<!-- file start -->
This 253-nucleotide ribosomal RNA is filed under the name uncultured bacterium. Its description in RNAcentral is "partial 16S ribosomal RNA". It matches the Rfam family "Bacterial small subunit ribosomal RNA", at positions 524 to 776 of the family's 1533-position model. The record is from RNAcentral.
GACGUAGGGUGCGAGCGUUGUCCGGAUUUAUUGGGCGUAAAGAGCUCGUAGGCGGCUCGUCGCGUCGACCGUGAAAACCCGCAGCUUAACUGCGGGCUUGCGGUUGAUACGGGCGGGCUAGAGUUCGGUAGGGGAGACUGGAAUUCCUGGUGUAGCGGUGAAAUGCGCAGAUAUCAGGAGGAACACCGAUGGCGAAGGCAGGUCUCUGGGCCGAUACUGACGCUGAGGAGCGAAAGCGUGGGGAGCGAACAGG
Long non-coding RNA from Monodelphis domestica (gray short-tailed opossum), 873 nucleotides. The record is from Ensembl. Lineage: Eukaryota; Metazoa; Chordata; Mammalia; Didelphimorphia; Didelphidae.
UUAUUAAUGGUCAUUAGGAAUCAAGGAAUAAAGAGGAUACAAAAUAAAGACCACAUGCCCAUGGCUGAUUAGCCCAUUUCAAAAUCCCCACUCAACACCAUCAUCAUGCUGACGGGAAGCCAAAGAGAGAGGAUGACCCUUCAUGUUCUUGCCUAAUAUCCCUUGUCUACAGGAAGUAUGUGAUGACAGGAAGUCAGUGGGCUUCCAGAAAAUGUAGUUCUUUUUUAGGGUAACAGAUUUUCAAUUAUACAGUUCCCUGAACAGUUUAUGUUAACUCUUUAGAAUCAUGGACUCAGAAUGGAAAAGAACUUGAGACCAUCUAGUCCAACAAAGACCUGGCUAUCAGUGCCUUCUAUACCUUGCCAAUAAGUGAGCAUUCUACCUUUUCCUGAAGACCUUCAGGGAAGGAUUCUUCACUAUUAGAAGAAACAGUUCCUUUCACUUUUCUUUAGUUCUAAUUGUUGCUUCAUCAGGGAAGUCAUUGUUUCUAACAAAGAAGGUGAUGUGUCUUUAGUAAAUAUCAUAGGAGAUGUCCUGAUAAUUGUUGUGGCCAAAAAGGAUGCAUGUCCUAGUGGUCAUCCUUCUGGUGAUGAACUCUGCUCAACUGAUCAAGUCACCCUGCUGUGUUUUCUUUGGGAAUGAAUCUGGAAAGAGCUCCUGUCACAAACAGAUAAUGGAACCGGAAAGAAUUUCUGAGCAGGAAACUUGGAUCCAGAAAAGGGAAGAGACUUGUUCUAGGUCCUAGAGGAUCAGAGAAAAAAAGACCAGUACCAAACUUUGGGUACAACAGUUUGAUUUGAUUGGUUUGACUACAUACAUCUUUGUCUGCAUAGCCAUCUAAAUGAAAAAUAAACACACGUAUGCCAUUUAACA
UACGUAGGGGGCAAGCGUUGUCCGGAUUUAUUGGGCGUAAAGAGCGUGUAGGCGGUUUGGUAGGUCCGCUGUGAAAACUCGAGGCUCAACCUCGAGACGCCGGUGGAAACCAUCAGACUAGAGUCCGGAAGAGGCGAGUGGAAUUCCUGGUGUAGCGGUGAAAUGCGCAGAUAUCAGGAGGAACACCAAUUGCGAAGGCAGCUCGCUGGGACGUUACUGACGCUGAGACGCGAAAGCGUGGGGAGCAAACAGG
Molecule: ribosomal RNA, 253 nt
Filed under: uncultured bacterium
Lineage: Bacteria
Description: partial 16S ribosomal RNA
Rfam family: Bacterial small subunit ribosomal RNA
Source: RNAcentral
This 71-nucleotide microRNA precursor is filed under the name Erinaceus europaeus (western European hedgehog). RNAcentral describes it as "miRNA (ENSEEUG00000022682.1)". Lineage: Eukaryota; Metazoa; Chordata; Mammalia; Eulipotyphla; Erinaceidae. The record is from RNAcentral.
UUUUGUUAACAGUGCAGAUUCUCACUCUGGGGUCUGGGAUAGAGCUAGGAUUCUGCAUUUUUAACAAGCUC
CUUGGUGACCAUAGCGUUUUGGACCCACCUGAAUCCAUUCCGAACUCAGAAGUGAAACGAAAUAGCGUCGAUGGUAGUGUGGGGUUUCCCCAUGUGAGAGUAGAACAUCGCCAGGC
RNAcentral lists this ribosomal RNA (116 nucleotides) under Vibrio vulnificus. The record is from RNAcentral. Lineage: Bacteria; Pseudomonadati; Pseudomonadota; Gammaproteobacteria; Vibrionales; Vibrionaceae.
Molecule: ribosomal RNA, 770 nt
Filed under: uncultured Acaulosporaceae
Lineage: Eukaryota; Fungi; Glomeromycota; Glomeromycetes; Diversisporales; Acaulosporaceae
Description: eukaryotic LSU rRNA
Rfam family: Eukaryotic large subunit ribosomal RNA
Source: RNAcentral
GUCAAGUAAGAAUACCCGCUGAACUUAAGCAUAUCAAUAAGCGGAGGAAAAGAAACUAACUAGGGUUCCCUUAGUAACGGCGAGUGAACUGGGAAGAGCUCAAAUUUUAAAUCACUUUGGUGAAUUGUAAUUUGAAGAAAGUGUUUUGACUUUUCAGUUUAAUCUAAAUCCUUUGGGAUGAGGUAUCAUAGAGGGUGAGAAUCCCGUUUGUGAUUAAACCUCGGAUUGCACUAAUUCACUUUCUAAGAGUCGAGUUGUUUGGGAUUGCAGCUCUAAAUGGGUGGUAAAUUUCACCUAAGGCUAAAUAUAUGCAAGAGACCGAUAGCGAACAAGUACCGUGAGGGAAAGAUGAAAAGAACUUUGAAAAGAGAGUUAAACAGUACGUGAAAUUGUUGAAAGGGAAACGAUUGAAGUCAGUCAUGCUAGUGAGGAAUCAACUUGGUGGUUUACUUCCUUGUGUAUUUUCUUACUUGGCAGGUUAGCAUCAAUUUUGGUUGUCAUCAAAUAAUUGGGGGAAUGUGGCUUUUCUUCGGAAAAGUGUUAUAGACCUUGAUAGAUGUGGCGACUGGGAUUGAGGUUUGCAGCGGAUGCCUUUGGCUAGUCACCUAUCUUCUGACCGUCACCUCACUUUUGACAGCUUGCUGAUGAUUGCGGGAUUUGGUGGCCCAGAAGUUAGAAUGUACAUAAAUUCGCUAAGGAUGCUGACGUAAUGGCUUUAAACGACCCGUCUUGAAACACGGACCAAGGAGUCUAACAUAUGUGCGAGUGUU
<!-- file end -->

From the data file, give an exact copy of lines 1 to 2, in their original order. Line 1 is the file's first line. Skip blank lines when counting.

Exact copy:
This 253-nucleotide ribosomal RNA is filed under the name uncultured bacterium. Its description in RNAcentral is "partial 16S ribosomal RNA". It matches the Rfam family "Bacterial small subunit ribosomal RNA", at positions 524 to 776 of the family's 1533-position model. The record is from RNAcentral.
GACGUAGGGUGCGAGCGUUGUCCGGAUUUAUUGGGCGUAAAGAGCUCGUAGGCGGCUCGUCGCGUCGACCGUGAAAACCCGCAGCUUAACUGCGGGCUUGCGGUUGAUACGGGCGGGCUAGAGUUCGGUAGGGGAGACUGGAAUUCCUGGUGUAGCGGUGAAAUGCGCAGAUAUCAGGAGGAACACCGAUGGCGAAGGCAGGUCUCUGGGCCGAUACUGACGCUGAGGAGCGAAAGCGUGGGGAGCGAACAGG